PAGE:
Glenwood Springs

Glenwood Springs has multiple places to view colors, but one local favorite for viewing high-altitude autumn colors on top of a mountai is driving up Four Mile Road to Sunlight Mountain Resort. 

“My family loves to hike at Sunlight Mountain Resort when the aspens are at their peak,” said Angie Anderson, president and CEO of Glenwood Springs Chamber Resort Association. “When the lighting is just right, the entire mountain looks like it’s glowing. The beautiful views, combined with the warm sun and cool, crisp fall air makes for a perfect day. The drive up Four Mile itself is also spectacular.”

Some obvious and easier hiking trails are Doc Holiday and Red Mountain trails overlooking Glenwood Springs.

“One of my favorite places to enjoy fall foliage in Glenwood Springs is on a Doc Holliday Trail hike,” said Lisa Langer. “The valley-wide views from Linwood Cemetery are spectacular.”

Another example of a way to relax and enjoy the colors without moving around is enjoying the hillside of Red Mountain in West Glenwood. This could be enjoyed from either Iron Mountain Hot Springs or Glenwood Hot Springs Resort Pool from a different angle. 

“The hillside of Red Mountain is covered with a variety of shrubs that turn shades of gold, orange, red and green, and it looks like a patchwork quilt in the fall,” Langer said.

Yellow and orange aspen trees line a forest service road south of Glenwood Springs after a morning of rain Thursday afternoon.
Chelsea Self/Post Independent

New Castle to Parachute

The Buford New Castle Road through New Castle to the Flat Tops in Meeker is a popular drive to view a spectacle of color in the middle part of the county. It is also a great way to drive to Trappers Lake for a drive and a hike — but make sure to plan it as a full-day outing because the drive and the hike are long.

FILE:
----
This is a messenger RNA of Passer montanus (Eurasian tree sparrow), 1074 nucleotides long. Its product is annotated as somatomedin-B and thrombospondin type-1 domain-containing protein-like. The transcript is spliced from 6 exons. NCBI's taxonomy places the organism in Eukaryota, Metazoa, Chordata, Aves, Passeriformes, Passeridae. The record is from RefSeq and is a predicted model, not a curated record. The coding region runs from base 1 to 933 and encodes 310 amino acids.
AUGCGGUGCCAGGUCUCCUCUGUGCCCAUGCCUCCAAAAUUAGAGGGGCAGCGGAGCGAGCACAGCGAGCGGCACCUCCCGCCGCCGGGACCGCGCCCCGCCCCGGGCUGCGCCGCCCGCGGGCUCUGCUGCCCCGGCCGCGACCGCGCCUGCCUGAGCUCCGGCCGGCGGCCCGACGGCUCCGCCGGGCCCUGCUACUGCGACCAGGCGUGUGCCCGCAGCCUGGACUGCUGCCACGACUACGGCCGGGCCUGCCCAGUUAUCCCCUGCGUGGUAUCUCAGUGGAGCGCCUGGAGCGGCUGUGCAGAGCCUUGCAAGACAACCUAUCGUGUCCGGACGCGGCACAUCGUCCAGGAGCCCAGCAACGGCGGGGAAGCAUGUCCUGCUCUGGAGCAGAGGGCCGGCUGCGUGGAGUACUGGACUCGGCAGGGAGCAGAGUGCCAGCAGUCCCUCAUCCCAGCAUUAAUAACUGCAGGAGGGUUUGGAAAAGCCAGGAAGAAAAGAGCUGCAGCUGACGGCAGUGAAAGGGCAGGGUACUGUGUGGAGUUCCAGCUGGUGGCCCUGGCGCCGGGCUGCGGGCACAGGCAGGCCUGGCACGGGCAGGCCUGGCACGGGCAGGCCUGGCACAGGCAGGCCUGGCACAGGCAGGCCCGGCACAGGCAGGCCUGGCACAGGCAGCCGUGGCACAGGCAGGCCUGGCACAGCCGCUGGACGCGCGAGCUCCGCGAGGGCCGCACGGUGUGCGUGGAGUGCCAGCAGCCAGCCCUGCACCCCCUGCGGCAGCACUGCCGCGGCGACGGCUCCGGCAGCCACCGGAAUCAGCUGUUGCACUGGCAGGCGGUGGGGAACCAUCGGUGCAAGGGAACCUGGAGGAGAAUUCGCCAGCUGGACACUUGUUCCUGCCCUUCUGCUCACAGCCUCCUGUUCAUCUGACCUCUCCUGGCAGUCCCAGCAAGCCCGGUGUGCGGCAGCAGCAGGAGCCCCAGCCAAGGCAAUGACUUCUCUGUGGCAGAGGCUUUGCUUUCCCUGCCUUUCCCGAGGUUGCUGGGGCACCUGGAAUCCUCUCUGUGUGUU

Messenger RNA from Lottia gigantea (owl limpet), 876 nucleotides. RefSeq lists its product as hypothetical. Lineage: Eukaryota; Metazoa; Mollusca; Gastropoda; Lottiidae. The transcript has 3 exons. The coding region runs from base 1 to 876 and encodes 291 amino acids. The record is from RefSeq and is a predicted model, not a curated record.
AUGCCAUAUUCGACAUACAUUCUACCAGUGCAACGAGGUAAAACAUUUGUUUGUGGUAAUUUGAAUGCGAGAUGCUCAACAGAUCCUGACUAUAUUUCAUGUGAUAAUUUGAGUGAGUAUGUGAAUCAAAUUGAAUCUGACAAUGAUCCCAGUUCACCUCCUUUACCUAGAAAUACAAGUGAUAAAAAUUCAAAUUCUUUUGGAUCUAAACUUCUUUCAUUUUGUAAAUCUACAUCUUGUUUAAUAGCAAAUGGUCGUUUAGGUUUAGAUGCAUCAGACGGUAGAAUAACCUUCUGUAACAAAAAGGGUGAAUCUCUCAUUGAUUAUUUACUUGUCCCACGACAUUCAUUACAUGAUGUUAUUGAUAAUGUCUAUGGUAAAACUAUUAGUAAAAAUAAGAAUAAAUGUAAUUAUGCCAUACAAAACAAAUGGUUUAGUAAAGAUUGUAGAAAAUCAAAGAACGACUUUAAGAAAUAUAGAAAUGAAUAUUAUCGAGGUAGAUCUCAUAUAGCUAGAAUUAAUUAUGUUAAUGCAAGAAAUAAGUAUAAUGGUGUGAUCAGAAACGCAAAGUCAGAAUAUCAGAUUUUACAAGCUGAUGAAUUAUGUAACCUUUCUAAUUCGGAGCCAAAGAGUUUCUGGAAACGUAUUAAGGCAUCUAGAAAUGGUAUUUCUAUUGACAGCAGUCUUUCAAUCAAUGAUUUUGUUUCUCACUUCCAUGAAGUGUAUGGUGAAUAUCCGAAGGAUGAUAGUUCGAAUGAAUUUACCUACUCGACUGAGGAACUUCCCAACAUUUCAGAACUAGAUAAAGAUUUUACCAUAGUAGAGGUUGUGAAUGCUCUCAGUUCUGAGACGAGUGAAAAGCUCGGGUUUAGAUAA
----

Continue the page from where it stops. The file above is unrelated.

You can drive Colorado Highway 325 in Rifle to Coulter Mesa or go through New Castle on County Road 246 to County Road 226 and then reach Highway 325 to Coulter Mesa. But, these routes are not ideal for people driving vehicles without four-wheel drive. 

“It’s possible, but it’s tricky if you’re in a smaller car,” said David Boyd, public affairs specialist for the northwest Colorado office of the Bureau of Land Management located in Glenwood Springs. 

Getting above Rifle to one nice hiking trail does involve a 30-minute drive north of Rifle on Highway 325 to Three Forks Trail. This trail is a lush area at high altitude offering the chance to experience some up-close color changing.

For some late farther western views, Parachute Ponds State Wildlife Area is some of that last stretch of vegetation to catch some colors that can be accessed through driving and offers many hiking trails to get great vantage points. 

“It’s autumn in Colorado; so, on any one day, you might have all four seasons that you’re experiencing, so be ready for all conditions,” Boyd said. “There’s a ton of great places to go, and sometimes it’s fun to just explore and kind of find them yourself.”